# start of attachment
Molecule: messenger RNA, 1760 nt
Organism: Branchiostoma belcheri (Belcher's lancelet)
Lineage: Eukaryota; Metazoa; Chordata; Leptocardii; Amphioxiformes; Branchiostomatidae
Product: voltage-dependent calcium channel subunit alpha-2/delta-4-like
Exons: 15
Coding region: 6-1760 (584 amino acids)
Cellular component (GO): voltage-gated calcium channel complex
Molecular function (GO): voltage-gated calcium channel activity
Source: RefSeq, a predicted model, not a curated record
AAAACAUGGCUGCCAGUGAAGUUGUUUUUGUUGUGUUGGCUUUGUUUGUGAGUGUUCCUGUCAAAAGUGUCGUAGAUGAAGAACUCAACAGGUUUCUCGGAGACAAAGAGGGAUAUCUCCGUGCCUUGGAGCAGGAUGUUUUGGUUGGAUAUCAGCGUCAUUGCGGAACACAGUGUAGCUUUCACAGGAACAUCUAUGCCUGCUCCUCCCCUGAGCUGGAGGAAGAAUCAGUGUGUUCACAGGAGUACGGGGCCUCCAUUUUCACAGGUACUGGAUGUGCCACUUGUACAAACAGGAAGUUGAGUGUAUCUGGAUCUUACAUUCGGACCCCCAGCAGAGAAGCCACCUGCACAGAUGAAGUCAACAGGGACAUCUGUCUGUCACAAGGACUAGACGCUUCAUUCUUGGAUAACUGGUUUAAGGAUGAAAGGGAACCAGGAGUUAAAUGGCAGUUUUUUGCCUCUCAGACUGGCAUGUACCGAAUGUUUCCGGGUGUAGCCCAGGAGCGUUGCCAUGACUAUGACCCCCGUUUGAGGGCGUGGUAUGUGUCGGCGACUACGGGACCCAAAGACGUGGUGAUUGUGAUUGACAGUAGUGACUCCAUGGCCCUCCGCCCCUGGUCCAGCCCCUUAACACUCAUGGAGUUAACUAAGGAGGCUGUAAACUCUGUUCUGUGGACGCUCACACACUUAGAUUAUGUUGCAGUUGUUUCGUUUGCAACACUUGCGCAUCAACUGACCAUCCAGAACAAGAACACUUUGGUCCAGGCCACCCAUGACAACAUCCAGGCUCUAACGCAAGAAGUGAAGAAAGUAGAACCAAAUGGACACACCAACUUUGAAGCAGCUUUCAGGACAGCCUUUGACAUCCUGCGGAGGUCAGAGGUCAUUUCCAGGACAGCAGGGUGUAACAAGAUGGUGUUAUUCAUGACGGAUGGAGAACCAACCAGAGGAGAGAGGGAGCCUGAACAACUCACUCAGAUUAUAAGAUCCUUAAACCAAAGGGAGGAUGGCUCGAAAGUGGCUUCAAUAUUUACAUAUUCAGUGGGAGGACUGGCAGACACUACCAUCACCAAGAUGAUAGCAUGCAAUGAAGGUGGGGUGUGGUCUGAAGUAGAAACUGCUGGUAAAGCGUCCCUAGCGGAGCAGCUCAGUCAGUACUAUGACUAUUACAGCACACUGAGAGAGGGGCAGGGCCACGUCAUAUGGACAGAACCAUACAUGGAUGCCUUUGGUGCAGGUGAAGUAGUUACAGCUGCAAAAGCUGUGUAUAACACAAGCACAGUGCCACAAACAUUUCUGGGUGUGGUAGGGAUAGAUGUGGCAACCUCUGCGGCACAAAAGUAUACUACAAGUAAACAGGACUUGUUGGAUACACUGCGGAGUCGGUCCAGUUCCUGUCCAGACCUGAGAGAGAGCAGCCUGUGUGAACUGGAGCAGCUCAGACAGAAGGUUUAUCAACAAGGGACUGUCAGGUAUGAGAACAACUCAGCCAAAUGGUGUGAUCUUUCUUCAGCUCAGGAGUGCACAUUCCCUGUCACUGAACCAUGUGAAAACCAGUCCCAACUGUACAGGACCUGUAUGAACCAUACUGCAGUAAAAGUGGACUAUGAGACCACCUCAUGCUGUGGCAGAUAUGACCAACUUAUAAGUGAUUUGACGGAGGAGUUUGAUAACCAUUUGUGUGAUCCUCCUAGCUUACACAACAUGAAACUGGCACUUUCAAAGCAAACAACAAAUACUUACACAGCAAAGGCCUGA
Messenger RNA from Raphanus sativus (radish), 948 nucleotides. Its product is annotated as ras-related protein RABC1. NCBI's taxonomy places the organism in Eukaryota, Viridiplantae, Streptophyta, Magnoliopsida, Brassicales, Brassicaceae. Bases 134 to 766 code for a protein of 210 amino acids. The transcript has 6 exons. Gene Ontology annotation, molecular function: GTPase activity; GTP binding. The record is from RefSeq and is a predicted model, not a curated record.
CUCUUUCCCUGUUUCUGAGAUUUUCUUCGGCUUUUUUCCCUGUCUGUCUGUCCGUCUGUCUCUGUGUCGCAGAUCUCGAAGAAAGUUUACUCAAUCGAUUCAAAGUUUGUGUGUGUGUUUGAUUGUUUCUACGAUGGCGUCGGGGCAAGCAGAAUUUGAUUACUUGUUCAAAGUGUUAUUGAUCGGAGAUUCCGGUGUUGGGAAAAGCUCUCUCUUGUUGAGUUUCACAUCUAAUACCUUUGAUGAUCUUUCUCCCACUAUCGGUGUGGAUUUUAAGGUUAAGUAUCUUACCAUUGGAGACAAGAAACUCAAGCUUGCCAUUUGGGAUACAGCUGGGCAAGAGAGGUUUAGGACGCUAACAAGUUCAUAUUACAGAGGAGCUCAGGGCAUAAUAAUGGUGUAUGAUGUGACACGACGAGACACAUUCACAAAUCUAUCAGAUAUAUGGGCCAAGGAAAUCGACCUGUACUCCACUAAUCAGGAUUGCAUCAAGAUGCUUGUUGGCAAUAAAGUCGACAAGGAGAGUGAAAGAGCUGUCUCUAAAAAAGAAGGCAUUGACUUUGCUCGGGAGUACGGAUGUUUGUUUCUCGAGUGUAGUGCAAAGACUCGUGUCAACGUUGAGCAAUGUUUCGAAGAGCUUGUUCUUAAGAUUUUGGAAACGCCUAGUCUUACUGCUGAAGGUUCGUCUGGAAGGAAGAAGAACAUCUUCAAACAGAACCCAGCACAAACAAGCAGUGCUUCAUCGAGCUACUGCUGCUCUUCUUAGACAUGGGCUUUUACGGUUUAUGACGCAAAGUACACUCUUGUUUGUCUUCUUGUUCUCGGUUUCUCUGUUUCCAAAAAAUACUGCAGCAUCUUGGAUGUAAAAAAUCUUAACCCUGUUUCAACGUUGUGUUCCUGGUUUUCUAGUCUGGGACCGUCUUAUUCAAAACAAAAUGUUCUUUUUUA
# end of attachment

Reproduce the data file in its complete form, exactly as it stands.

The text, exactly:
Molecule: messenger RNA, 1760 nt
Organism: Branchiostoma belcheri (Belcher's lancelet)
Lineage: Eukaryota; Metazoa; Chordata; Leptocardii; Amphioxiformes; Branchiostomatidae
Product: voltage-dependent calcium channel subunit alpha-2/delta-4-like
Exons: 15
Coding region: 6-1760 (584 amino acids)
Cellular component (GO): voltage-gated calcium channel complex
Molecular function (GO): voltage-gated calcium channel activity
Source: RefSeq, a predicted model, not a curated record
AAAACAUGGCUGCCAGUGAAGUUGUUUUUGUUGUGUUGGCUUUGUUUGUGAGUGUUCCUGUCAAAAGUGUCGUAGAUGAAGAACUCAACAGGUUUCUCGGAGACAAAGAGGGAUAUCUCCGUGCCUUGGAGCAGGAUGUUUUGGUUGGAUAUCAGCGUCAUUGCGGAACACAGUGUAGCUUUCACAGGAACAUCUAUGCCUGCUCCUCCCCUGAGCUGGAGGAAGAAUCAGUGUGUUCACAGGAGUACGGGGCCUCCAUUUUCACAGGUACUGGAUGUGCCACUUGUACAAACAGGAAGUUGAGUGUAUCUGGAUCUUACAUUCGGACCCCCAGCAGAGAAGCCACCUGCACAGAUGAAGUCAACAGGGACAUCUGUCUGUCACAAGGACUAGACGCUUCAUUCUUGGAUAACUGGUUUAAGGAUGAAAGGGAACCAGGAGUUAAAUGGCAGUUUUUUGCCUCUCAGACUGGCAUGUACCGAAUGUUUCCGGGUGUAGCCCAGGAGCGUUGCCAUGACUAUGACCCCCGUUUGAGGGCGUGGUAUGUGUCGGCGACUACGGGACCCAAAGACGUGGUGAUUGUGAUUGACAGUAGUGACUCCAUGGCCCUCCGCCCCUGGUCCAGCCCCUUAACACUCAUGGAGUUAACUAAGGAGGCUGUAAACUCUGUUCUGUGGACGCUCACACACUUAGAUUAUGUUGCAGUUGUUUCGUUUGCAACACUUGCGCAUCAACUGACCAUCCAGAACAAGAACACUUUGGUCCAGGCCACCCAUGACAACAUCCAGGCUCUAACGCAAGAAGUGAAGAAAGUAGAACCAAAUGGACACACCAACUUUGAAGCAGCUUUCAGGACAGCCUUUGACAUCCUGCGGAGGUCAGAGGUCAUUUCCAGGACAGCAGGGUGUAACAAGAUGGUGUUAUUCAUGACGGAUGGAGAACCAACCAGAGGAGAGAGGGAGCCUGAACAACUCACUCAGAUUAUAAGAUCCUUAAACCAAAGGGAGGAUGGCUCGAAAGUGGCUUCAAUAUUUACAUAUUCAGUGGGAGGACUGGCAGACACUACCAUCACCAAGAUGAUAGCAUGCAAUGAAGGUGGGGUGUGGUCUGAAGUAGAAACUGCUGGUAAAGCGUCCCUAGCGGAGCAGCUCAGUCAGUACUAUGACUAUUACAGCACACUGAGAGAGGGGCAGGGCCACGUCAUAUGGACAGAACCAUACAUGGAUGCCUUUGGUGCAGGUGAAGUAGUUACAGCUGCAAAAGCUGUGUAUAACACAAGCACAGUGCCACAAACAUUUCUGGGUGUGGUAGGGAUAGAUGUGGCAACCUCUGCGGCACAAAAGUAUACUACAAGUAAACAGGACUUGUUGGAUACACUGCGGAGUCGGUCCAGUUCCUGUCCAGACCUGAGAGAGAGCAGCCUGUGUGAACUGGAGCAGCUCAGACAGAAGGUUUAUCAACAAGGGACUGUCAGGUAUGAGAACAACUCAGCCAAAUGGUGUGAUCUUUCUUCAGCUCAGGAGUGCACAUUCCCUGUCACUGAACCAUGUGAAAACCAGUCCCAACUGUACAGGACCUGUAUGAACCAUACUGCAGUAAAAGUGGACUAUGAGACCACCUCAUGCUGUGGCAGAUAUGACCAACUUAUAAGUGAUUUGACGGAGGAGUUUGAUAACCAUUUGUGUGAUCCUCCUAGCUUACACAACAUGAAACUGGCACUUUCAAAGCAAACAACAAAUACUUACACAGCAAAGGCCUGA
Messenger RNA from Raphanus sativus (radish), 948 nucleotides. Its product is annotated as ras-related protein RABC1. NCBI's taxonomy places the organism in Eukaryota, Viridiplantae, Streptophyta, Magnoliopsida, Brassicales, Brassicaceae. Bases 134 to 766 code for a protein of 210 amino acids. The transcript has 6 exons. Gene Ontology annotation, molecular function: GTPase activity; GTP binding. The record is from RefSeq and is a predicted model, not a curated record.
CUCUUUCCCUGUUUCUGAGAUUUUCUUCGGCUUUUUUCCCUGUCUGUCUGUCCGUCUGUCUCUGUGUCGCAGAUCUCGAAGAAAGUUUACUCAAUCGAUUCAAAGUUUGUGUGUGUGUUUGAUUGUUUCUACGAUGGCGUCGGGGCAAGCAGAAUUUGAUUACUUGUUCAAAGUGUUAUUGAUCGGAGAUUCCGGUGUUGGGAAAAGCUCUCUCUUGUUGAGUUUCACAUCUAAUACCUUUGAUGAUCUUUCUCCCACUAUCGGUGUGGAUUUUAAGGUUAAGUAUCUUACCAUUGGAGACAAGAAACUCAAGCUUGCCAUUUGGGAUACAGCUGGGCAAGAGAGGUUUAGGACGCUAACAAGUUCAUAUUACAGAGGAGCUCAGGGCAUAAUAAUGGUGUAUGAUGUGACACGACGAGACACAUUCACAAAUCUAUCAGAUAUAUGGGCCAAGGAAAUCGACCUGUACUCCACUAAUCAGGAUUGCAUCAAGAUGCUUGUUGGCAAUAAAGUCGACAAGGAGAGUGAAAGAGCUGUCUCUAAAAAAGAAGGCAUUGACUUUGCUCGGGAGUACGGAUGUUUGUUUCUCGAGUGUAGUGCAAAGACUCGUGUCAACGUUGAGCAAUGUUUCGAAGAGCUUGUUCUUAAGAUUUUGGAAACGCCUAGUCUUACUGCUGAAGGUUCGUCUGGAAGGAAGAAGAACAUCUUCAAACAGAACCCAGCACAAACAAGCAGUGCUUCAUCGAGCUACUGCUGCUCUUCUUAGACAUGGGCUUUUACGGUUUAUGACGCAAAGUACACUCUUGUUUGUCUUCUUGUUCUCGGUUUCUCUGUUUCCAAAAAAUACUGCAGCAUCUUGGAUGUAAAAAAUCUUAACCCUGUUUCAACGUUGUGUUCCUGGUUUUCUAGUCUGGGACCGUCUUAUUCAAAACAAAAUGUUCUUUUUUA